Longer boats are faster. We tend to take that for granted, because it tends to be true. Put two boats of similar type in a race, and the longer one is almost certain to beat the shorter one to the finish line. The difference that length makes is quite remarkable, but we rarely get to look at it on its own- and that is the subject of today's post.
There are very good reasons why length is such a critical factor in determining speed. A boat never operates in flat water; if it's moving, it'll be affected by its own wake. Waves are rather stubborn- it's hard to force them to do things they don't want to do. And left to their own devices, they'll travel at a speed proportional to the square root of their length.
Consider a boat with a displacement hull- one that relies purely on good ol' Archimedes, with none of that new-fangled dynamic lift. The waves it produces are forced to travel at a certain speed (the speed of the boat) and, therefore, they naturally adopt a length appropriate for that speed. As the boat speeds up, the waves get longer. Eventually, we reach a speed range where the waves created near the bow have their second crest a bit ahead of the stern. The boat likes this- around this speed, the various wave systems often partly cancel each other out, reducing the resistance and allowing for efficient running. The longer the boat, the higher the speed at which this occurs.
If we go just a little bit faster, so that the waves are about the same length as the boat, things look much less rosy. The stern sinks into a trough as the bow is lifted, and the boat is literally trying to climb a hill of water. This is where the simplistic concept of "hull speed" comes from: in a displacement hull, throwing more power at the problem will only make the crest higher, the trough deeper, and the hill steeper. In many displacement-hulled boats, once you hit this point, you can multiply the engine power by five and gain only a fraction of a knot. (I will leave planing and semi-displacement hulls out of today's discussion.)
Generally speaking, we don't scale boats by length alone. A longer boat will usually also be wider, deeper, and much heavier than its short sister. The benefits of added length are therefore not as obvious as they should be: of course the longer boat is faster, it has much more sail and a bigger engine. So let's try to look at the effect of length on its own, without changing too much else at the same time.
I'm working on three concept powerboats right now that provide us with an interesting look at the effect of length alone. These boats have to fit in standard ISO shipping containers, so they all must have the same beam and total height- and they may as well have the same draught, too. They share essentially the same statement of requirements, with the exception of range and cabin volume. They're pure displacement hulls, with upswept aft buttocks and soft chines. The parent hulls are all of the same family, and their key parameters- block coefficient, prismatic coefficients, sectional area curves- are within a few rounding errors of each other. From a hydrodynamics standpoint, the only appreciable differences between these three are their length and their displacement.
Here are some approximate resistance curves for these concept hulls. First, the shorty, 5.7 m long and weighing 2620 kg in "standard" condition.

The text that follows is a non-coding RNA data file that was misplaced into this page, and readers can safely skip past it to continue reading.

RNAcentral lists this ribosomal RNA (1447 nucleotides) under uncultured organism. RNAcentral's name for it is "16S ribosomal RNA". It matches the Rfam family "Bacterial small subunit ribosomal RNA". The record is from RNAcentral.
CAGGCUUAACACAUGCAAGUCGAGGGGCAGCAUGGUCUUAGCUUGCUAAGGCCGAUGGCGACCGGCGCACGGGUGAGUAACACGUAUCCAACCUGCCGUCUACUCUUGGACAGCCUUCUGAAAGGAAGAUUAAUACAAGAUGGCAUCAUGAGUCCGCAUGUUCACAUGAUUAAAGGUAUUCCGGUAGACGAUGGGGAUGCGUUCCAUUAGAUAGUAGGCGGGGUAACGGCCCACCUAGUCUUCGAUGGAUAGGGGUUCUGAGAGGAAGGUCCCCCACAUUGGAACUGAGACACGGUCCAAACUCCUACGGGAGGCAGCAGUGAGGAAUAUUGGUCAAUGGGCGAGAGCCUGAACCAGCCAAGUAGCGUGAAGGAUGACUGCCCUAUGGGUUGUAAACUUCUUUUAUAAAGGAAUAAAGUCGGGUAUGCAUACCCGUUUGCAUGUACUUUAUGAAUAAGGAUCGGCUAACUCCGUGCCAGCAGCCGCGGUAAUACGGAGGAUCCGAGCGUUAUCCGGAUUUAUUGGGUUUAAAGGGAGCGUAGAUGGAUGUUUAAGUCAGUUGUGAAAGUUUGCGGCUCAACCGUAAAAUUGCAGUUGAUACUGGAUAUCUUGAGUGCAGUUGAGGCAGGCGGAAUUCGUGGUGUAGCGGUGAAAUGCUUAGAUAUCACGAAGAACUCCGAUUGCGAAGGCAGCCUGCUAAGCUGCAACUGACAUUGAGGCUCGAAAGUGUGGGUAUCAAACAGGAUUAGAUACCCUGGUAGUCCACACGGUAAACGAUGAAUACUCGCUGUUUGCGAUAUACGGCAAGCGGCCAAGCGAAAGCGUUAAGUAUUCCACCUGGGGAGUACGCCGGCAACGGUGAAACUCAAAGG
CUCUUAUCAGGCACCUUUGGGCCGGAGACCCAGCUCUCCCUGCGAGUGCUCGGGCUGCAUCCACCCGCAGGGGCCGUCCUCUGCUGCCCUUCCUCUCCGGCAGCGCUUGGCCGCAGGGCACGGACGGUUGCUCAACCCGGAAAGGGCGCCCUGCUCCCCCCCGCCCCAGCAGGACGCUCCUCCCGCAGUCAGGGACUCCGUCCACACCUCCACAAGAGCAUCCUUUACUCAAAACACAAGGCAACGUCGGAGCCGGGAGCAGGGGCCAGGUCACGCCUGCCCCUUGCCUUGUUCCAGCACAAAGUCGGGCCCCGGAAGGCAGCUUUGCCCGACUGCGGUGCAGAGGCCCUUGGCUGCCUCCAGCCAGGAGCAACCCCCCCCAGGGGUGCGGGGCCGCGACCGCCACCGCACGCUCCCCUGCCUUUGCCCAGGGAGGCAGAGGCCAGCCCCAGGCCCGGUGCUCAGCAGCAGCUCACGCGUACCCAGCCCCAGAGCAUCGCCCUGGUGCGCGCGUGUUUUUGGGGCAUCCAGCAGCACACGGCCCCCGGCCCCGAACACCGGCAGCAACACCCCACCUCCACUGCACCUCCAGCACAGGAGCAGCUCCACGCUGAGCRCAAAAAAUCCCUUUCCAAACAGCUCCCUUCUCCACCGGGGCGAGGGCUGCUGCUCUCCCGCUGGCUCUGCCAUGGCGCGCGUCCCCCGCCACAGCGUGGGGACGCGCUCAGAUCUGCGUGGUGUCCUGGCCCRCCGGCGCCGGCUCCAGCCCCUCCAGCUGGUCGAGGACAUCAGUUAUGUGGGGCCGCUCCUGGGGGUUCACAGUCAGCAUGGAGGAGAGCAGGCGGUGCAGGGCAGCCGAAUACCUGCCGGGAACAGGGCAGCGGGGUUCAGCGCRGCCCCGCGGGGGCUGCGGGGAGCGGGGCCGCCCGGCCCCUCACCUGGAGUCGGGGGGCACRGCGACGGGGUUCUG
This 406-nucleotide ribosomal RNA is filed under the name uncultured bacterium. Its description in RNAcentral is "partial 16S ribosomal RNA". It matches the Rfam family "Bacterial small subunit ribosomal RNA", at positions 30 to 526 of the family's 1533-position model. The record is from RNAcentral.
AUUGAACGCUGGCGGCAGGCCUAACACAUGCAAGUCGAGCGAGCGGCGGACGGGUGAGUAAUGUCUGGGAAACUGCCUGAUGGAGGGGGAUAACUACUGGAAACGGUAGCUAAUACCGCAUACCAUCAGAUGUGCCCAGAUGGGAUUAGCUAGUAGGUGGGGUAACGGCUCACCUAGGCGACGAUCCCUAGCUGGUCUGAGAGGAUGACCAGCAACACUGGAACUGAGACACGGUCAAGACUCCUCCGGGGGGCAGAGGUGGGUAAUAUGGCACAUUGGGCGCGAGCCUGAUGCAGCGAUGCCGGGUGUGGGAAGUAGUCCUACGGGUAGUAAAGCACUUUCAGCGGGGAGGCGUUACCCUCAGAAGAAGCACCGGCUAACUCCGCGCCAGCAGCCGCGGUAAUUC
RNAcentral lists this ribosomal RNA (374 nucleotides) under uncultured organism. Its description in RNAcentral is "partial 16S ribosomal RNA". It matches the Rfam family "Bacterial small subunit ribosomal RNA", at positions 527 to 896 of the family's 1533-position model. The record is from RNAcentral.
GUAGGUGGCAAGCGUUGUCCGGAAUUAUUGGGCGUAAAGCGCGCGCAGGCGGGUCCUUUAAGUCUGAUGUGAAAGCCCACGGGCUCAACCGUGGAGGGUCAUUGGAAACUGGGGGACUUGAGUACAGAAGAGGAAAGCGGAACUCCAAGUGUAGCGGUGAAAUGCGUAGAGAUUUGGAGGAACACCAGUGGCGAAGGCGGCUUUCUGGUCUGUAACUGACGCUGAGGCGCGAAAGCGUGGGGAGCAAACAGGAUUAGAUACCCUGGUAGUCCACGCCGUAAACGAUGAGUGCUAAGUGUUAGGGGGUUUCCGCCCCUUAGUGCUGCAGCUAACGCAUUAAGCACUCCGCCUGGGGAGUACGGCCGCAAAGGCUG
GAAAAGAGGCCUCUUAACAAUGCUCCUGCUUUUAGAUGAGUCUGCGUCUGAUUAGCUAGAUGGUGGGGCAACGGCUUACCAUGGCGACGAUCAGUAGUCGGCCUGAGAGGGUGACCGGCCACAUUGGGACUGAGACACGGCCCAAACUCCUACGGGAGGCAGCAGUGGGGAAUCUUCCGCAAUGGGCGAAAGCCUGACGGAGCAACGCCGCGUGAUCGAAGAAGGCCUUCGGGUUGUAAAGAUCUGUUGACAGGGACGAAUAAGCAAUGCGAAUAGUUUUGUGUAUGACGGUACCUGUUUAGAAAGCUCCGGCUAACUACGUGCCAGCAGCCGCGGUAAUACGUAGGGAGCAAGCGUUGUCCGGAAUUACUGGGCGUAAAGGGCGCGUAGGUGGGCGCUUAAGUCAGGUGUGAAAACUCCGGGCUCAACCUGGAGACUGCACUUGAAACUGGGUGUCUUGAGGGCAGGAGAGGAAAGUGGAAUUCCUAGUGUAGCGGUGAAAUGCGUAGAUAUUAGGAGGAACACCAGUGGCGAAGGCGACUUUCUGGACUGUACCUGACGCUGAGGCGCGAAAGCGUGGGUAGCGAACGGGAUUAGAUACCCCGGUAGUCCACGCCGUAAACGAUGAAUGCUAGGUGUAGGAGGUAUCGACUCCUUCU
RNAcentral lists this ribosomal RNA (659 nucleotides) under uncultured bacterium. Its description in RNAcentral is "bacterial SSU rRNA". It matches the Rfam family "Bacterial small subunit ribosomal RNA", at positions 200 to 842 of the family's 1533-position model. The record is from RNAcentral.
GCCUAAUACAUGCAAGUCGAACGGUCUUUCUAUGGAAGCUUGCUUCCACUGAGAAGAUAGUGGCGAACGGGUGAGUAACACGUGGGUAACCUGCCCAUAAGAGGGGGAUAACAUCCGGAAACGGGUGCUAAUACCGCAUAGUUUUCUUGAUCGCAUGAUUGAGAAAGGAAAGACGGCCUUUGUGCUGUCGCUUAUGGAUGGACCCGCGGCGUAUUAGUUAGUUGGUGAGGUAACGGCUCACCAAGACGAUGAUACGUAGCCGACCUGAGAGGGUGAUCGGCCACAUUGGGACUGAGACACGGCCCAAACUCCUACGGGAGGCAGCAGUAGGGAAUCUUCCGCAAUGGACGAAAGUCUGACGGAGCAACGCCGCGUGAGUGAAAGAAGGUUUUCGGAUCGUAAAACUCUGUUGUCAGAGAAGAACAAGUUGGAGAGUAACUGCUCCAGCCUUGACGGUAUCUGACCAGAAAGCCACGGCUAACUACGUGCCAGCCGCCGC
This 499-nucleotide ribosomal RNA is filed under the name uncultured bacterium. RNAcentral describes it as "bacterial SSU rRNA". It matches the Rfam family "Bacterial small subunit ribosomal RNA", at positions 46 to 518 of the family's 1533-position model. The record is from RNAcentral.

A mid-size 7.9 m version, 3660 kg at its design waterline.
And the stretch limo of the fleet, 11.8 m long and tipping the scales at 5480 kg on the green curve.
The long one is a bit over twice the length of the short one and weighs a hair over twice as much. Its efficient cruise speed is faster by 1.0 m/s (about 2 knots). The resistance at cruise speed is almost exactly the same.
Think about that. Our 11.8 m boat is 40% faster and twice the size, yet it is no harder to push through the water than its little sister. Its engine will be bigger, but its fuel consumption per mile will be nearly the same. That's the beauty of a long, slender hull.
Eagle-eyed readers might note a few other features in these curves. Look back at the one for our short boat. The blue line- for "empty" resistance- is above the purple "heavy" line in most of the operating range. How does adding more than a tonne- half again the boat's empty weight- make the boat faster and more efficient?
The answer lies in the hull shape. Designers try to optimize a boat for a particular range of speeds, carrying a particular range of loads. These boats are pretty close to ideal for their intended speeds and weights. If you run them a bit heavier, it doesn't change much- the shape of the immersed hull body stays more or less the same. Running them light, though, puts the chines on the verge of coming out of the water- and the shape the water sees is therefore quite different, and quite far from optimal.
The slope of the resistance curves past "hull speed", or "on the hump", is also noticeably different. There is no way you're going to get the 5.7 m boat to climb that hump. The stretch model, though, stands a chance. (Indeed, if I were to flatten out her aft buttock lines and give her a hundred horsepower or so, she might be able to climb halfway to plane- but with some loss of low-speed efficiency and seaworthiness.)
- Among displacement hulls, a longer vessel will be faster and more efficient than a short one.
- If you have a choice, making a new design longer is usually a better way to get the space you need than adding more beam or bulk.
- Displacement hulls can sometimes burn more fuel when empty than when loaded down, if the hull shape was optimized for carrying a load.